In contrast twelve independent republics came into being on December 26, 1991 with a simple stroke of a pen, a signed declaration, without a shot being fired, dissolving the old USSR, followed closely by two more, Slovakia and the Czech Republic, the result of Czechoslovakia’s peaceful “Velvet Divorce” in 1993. Not so for the newly independent republics of ex-Yugoslavia: Bosnia, Croatia, Slovenia, Serbia et al. They were created by a bloody ethnic civil war and a peace put in place by brute force.

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I eat lunch in this little French restaurant around the corner from my office in New York City. What attracts me besides the convenience and the company of the regulars is the bar menu. For $20 you have that day’s chef’s special and a glass of wine. The French call this menu option either “prix fix” or “table d’hôte”, you get what you order and pay for.

If for some reason the day’s special does not appeal you are free to order from the menu, or as the French would have it “á la carte”. Either way you order exactly what you have decided to eat, the choice is yours. You are not charged for dishes, drinks and deserts that you have not ordered or even contemplated eating. Not so when it comes to cable .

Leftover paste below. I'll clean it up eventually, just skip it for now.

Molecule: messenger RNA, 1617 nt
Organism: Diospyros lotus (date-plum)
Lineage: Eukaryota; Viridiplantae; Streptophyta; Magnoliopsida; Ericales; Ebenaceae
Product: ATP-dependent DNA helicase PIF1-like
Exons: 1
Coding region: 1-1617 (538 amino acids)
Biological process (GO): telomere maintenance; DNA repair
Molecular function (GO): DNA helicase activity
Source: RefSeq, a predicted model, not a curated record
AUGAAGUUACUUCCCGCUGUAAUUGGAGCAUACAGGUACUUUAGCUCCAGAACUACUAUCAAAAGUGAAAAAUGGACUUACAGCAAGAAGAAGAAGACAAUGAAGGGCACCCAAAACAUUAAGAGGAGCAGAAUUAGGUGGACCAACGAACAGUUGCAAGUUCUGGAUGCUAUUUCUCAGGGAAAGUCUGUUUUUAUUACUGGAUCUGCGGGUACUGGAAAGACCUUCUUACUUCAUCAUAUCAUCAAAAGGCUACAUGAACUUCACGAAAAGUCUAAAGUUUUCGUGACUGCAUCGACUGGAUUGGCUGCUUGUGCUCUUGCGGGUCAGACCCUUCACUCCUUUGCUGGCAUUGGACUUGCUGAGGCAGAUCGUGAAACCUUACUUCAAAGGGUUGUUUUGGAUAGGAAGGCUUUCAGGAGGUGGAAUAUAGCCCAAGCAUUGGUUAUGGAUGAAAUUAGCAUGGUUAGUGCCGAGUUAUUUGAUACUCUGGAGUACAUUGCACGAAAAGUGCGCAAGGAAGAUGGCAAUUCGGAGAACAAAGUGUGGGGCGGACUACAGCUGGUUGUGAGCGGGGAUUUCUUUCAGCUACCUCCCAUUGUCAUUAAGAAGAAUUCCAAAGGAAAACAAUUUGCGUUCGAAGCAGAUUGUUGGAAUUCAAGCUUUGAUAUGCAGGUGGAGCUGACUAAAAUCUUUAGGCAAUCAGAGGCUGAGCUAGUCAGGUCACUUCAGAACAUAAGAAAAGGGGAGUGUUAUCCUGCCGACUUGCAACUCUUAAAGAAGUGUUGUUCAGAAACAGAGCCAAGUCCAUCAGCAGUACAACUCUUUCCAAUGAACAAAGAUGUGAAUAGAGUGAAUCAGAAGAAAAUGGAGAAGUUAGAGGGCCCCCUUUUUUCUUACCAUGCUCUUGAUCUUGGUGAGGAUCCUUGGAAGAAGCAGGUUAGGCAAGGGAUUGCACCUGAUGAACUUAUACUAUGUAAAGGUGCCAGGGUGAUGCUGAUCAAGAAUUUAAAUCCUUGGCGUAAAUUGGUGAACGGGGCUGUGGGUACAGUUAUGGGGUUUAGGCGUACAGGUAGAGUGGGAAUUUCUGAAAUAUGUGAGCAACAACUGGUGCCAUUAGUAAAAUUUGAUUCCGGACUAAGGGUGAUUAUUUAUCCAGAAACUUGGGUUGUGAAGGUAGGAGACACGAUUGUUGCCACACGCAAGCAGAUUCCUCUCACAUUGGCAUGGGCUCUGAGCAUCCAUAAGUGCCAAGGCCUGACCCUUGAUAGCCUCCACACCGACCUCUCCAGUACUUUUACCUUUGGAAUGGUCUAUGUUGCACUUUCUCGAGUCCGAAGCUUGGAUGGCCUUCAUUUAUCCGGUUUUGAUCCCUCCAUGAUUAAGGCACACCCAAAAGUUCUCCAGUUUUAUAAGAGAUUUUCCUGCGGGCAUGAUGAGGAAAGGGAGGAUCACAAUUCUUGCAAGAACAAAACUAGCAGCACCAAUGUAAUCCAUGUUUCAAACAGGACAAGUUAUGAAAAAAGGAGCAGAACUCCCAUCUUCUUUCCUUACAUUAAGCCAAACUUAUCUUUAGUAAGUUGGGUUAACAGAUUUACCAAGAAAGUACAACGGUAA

Cable has evolved into three basic components: telephone service, high speed internet and cable TV, each with unique advantages and disadvantages.

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Here's a new round of articles published in The Country & Abroad Magazine's Summer, Autumn and Winter 2013 editions. Click on the image to link to the article.





It seems that the Los Angeles City Council has finally woken up to the harsh reality of what the current minimum wage laws have inflicted on millions workers in the United States. Federal and state minimum wage legislation has fostered a sub class of people living in abject poverty unable to meet basic needs and living not from pay check to pay check but from debt to debt leading to dead end despair.

The Los Angeles Times reports that members of the City Council are expected to propose that large luxury hotels of more than 100 rooms be required to pay employees a living wage of $15.37 an hour and not the California minimum of $8.00. It’s about time that the harsh reality of the minimum wage is acknowledged by an elected body affirmatively asserting that “such a hike would lift housekeepers, busboys and maintenance workers out of poverty and inject much-needed cash into a languorous local economy”.

Los Angeles has championed “living wage” regulations in industries over which it exercises control. In 1999 a city ordinance mandated that employees at the Los Angeles International Airport be paid at least $15.67 an hour and another 2007 ordinance required employees at 13 nearby airport hotels be paid a minimum of $11.97. Last year the Seattle/Tacoma International Airport, the nation’s fifteenth busiest, followed suite with voters approving a $15 minimum wage for its employees and those of dependent businesses such as car rental companies.